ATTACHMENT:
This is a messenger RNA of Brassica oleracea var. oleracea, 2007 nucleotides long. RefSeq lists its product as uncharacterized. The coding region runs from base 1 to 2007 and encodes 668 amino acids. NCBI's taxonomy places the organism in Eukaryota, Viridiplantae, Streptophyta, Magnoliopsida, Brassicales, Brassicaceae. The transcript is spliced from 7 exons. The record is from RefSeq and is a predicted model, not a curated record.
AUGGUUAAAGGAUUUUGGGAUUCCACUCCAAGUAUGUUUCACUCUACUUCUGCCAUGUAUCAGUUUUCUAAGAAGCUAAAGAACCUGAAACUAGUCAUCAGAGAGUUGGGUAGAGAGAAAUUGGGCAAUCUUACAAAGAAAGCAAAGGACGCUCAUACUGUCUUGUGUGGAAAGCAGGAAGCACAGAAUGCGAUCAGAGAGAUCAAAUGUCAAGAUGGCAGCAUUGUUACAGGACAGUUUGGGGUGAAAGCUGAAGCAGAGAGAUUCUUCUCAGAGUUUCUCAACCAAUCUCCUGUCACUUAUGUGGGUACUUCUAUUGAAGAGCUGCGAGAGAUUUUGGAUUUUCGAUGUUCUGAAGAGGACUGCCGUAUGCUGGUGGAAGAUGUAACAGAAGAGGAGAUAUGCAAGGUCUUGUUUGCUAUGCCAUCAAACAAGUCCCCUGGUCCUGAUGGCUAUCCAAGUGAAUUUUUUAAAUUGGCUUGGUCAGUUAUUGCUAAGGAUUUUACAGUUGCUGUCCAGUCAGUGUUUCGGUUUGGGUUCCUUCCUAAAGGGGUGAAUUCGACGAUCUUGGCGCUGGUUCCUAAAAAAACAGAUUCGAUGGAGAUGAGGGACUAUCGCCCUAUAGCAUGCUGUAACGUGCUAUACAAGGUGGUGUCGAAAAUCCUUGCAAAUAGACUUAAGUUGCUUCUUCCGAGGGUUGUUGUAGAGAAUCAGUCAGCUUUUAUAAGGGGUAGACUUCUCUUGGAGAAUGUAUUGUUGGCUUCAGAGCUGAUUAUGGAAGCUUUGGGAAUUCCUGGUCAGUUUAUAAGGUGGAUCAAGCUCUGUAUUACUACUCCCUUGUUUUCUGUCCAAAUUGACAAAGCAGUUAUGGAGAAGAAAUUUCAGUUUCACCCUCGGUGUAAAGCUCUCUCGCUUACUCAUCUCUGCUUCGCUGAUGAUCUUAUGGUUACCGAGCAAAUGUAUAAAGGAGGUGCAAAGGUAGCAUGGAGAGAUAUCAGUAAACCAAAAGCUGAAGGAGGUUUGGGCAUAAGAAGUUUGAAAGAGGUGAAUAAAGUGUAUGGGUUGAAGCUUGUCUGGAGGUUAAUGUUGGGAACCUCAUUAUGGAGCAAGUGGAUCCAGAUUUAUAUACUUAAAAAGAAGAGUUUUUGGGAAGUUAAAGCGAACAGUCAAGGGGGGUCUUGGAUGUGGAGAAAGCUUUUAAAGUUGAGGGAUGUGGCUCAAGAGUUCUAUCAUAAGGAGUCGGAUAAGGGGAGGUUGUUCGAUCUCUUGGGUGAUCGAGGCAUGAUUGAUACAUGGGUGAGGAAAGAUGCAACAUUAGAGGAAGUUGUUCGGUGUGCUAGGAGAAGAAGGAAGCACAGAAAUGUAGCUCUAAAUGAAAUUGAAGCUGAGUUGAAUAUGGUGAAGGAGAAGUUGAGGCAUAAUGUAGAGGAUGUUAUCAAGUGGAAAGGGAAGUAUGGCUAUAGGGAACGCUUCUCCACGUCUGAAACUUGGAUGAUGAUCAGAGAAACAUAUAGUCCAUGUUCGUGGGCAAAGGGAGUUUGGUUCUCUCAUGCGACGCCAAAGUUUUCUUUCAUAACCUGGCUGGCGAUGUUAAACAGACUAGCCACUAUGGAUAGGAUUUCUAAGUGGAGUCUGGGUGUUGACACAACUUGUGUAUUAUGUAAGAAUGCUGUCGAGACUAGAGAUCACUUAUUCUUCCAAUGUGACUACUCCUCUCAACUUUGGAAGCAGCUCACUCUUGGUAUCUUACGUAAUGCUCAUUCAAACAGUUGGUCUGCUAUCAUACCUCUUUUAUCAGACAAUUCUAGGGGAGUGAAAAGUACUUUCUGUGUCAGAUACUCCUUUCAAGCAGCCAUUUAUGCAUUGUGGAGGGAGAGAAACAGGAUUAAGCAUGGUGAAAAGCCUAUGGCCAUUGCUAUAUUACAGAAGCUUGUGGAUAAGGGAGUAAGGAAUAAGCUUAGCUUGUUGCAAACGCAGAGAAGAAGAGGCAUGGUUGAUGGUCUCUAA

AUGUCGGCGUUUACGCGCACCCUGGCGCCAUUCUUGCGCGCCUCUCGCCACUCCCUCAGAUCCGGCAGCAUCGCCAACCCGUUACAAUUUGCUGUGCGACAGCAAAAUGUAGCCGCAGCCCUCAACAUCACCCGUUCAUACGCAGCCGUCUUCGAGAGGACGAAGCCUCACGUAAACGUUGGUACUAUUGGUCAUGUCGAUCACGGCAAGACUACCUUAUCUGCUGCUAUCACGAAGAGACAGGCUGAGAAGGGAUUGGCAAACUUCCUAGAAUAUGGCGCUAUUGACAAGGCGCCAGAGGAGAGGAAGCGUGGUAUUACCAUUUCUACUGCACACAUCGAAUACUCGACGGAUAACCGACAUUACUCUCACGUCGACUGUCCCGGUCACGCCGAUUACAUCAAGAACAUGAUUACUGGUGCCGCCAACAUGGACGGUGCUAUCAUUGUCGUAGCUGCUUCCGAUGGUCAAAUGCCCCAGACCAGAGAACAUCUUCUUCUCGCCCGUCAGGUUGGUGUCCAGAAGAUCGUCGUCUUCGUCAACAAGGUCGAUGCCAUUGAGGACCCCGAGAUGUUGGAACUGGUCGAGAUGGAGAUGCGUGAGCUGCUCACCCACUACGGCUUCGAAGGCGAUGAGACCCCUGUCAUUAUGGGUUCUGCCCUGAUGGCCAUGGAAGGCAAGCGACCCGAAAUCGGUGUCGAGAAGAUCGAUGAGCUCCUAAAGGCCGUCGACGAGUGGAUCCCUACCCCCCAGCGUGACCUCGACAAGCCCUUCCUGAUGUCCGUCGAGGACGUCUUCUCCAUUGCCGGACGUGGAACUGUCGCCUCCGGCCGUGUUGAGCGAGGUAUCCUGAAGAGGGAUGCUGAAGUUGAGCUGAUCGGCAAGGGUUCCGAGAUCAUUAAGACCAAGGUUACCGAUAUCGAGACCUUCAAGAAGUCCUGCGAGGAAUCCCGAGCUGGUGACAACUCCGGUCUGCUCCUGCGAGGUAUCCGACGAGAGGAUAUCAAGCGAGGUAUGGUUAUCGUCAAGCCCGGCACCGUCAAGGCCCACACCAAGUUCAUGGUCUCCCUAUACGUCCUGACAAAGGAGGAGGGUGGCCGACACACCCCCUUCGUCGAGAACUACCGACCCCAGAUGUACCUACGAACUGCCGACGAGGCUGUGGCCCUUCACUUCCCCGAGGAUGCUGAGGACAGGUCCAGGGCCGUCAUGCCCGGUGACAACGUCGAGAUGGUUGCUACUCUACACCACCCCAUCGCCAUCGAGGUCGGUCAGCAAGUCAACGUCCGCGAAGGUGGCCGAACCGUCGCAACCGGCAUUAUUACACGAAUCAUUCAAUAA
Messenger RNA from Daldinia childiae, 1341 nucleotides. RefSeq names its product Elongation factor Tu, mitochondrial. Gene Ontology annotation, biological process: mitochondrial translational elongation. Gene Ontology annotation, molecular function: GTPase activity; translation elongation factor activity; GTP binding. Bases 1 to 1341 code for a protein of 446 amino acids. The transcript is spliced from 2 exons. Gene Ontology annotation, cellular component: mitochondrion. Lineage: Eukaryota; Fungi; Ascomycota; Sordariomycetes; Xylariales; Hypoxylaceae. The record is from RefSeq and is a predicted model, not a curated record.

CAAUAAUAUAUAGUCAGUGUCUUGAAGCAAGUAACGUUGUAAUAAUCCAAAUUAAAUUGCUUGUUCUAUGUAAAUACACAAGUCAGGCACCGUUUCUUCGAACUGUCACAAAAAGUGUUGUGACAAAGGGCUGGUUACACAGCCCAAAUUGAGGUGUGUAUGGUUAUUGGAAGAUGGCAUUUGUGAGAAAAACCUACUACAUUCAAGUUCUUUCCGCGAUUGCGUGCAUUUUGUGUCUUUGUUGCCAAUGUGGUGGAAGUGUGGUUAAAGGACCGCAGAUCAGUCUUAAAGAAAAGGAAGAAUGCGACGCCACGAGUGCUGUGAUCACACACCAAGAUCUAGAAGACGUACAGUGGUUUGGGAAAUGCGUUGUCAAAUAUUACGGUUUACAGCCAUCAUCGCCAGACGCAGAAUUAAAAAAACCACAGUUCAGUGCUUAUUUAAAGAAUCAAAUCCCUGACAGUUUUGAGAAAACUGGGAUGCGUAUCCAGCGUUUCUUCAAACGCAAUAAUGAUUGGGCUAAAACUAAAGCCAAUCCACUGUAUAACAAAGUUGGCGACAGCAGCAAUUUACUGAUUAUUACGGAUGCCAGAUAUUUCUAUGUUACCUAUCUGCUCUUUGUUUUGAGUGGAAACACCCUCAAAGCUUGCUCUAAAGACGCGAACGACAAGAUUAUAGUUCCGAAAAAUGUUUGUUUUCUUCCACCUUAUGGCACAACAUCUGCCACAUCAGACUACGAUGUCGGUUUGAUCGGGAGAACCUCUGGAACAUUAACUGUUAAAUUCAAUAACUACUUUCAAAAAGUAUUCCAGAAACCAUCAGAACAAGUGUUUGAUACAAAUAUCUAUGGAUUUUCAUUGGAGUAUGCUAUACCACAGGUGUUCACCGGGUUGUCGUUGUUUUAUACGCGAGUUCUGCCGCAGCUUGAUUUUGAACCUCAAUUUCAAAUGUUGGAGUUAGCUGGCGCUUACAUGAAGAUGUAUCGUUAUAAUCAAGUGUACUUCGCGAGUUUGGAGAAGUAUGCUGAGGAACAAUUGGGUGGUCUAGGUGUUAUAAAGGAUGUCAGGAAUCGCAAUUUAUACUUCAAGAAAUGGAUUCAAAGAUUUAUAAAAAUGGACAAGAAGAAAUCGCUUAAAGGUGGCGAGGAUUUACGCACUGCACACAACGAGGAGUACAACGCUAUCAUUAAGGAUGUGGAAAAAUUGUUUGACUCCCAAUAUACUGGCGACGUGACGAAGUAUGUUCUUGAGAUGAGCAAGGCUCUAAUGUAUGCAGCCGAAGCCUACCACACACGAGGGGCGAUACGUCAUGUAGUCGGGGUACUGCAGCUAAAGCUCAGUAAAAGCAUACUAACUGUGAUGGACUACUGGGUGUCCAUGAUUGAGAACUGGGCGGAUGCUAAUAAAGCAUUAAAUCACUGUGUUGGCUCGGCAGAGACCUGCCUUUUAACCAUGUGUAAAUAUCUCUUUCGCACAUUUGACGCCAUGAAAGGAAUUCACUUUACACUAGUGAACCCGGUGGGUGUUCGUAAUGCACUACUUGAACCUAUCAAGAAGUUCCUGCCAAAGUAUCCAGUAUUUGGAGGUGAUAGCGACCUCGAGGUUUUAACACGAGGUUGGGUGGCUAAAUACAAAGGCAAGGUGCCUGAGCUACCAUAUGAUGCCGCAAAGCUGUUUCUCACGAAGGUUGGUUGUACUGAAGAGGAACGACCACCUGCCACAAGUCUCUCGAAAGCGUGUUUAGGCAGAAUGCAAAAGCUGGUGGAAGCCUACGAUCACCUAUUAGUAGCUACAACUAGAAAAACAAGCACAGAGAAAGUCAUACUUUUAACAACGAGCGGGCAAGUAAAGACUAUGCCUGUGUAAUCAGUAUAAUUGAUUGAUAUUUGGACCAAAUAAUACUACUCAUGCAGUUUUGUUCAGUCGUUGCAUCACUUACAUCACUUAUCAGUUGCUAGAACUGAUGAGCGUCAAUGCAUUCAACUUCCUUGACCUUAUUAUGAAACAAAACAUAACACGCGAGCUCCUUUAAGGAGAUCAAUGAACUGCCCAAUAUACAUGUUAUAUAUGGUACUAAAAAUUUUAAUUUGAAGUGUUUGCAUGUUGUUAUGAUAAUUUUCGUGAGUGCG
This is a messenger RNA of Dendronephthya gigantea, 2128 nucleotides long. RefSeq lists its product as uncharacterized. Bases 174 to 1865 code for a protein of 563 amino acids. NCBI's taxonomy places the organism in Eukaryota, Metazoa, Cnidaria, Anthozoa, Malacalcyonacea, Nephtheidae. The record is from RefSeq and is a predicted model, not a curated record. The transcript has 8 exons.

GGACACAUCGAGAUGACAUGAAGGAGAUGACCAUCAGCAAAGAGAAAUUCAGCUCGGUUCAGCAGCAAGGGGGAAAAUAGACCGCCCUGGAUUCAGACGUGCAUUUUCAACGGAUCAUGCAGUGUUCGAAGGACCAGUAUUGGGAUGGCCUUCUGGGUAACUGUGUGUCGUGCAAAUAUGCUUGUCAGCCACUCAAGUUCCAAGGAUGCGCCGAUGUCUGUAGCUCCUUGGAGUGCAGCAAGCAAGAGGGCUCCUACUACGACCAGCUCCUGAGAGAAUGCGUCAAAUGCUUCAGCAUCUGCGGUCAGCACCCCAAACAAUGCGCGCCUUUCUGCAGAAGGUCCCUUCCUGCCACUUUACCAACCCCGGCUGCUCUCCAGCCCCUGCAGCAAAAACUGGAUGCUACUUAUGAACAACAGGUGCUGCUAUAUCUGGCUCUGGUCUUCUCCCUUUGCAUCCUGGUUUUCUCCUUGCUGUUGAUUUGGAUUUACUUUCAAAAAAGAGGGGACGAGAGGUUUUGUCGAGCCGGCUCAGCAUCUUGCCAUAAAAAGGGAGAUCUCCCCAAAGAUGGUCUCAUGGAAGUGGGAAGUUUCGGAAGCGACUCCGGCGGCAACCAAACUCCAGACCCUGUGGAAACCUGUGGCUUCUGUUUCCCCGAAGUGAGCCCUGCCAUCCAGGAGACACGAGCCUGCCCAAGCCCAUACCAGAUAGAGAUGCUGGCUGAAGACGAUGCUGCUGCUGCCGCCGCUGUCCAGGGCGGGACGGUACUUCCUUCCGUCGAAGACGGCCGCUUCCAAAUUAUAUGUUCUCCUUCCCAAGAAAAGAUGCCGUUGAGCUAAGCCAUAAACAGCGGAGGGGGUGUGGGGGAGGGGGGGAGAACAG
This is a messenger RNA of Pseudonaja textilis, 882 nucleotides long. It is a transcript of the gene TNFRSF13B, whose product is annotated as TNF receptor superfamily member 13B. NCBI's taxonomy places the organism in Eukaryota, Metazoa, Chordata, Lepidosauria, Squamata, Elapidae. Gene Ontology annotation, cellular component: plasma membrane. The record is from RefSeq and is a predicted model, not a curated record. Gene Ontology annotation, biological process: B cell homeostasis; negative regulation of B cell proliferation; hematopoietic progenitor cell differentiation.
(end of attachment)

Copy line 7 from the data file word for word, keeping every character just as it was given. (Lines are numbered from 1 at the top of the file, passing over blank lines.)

GGACACAUCGAGAUGACAUGAAGGAGAUGACCAUCAGCAAAGAGAAAUUCAGCUCGGUUCAGCAGCAAGGGGGAAAAUAGACCGCCCUGGAUUCAGACGUGCAUUUUCAACGGAUCAUGCAGUGUUCGAAGGACCAGUAUUGGGAUGGCCUUCUGGGUAACUGUGUGUCGUGCAAAUAUGCUUGUCAGCCACUCAAGUUCCAAGGAUGCGCCGAUGUCUGUAGCUCCUUGGAGUGCAGCAAGCAAGAGGGCUCCUACUACGACCAGCUCCUGAGAGAAUGCGUCAAAUGCUUCAGCAUCUGCGGUCAGCACCCCAAACAAUGCGCGCCUUUCUGCAGAAGGUCCCUUCCUGCCACUUUACCAACCCCGGCUGCUCUCCAGCCCCUGCAGCAAAAACUGGAUGCUACUUAUGAACAACAGGUGCUGCUAUAUCUGGCUCUGGUCUUCUCCCUUUGCAUCCUGGUUUUCUCCUUGCUGUUGAUUUGGAUUUACUUUCAAAAAAGAGGGGACGAGAGGUUUUGUCGAGCCGGCUCAGCAUCUUGCCAUAAAAAGGGAGAUCUCCCCAAAGAUGGUCUCAUGGAAGUGGGAAGUUUCGGAAGCGACUCCGGCGGCAACCAAACUCCAGACCCUGUGGAAACCUGUGGCUUCUGUUUCCCCGAAGUGAGCCCUGCCAUCCAGGAGACACGAGCCUGCCCAAGCCCAUACCAGAUAGAGAUGCUGGCUGAAGACGAUGCUGCUGCUGCCGCCGCUGUCCAGGGCGGGACGGUACUUCCUUCCGUCGAAGACGGCCGCUUCCAAAUUAUAUGUUCUCCUUCCCAAGAAAAGAUGCCGUUGAGCUAAGCCAUAAACAGCGGAGGGGGUGUGGGGGAGGGGGGGAGAACAG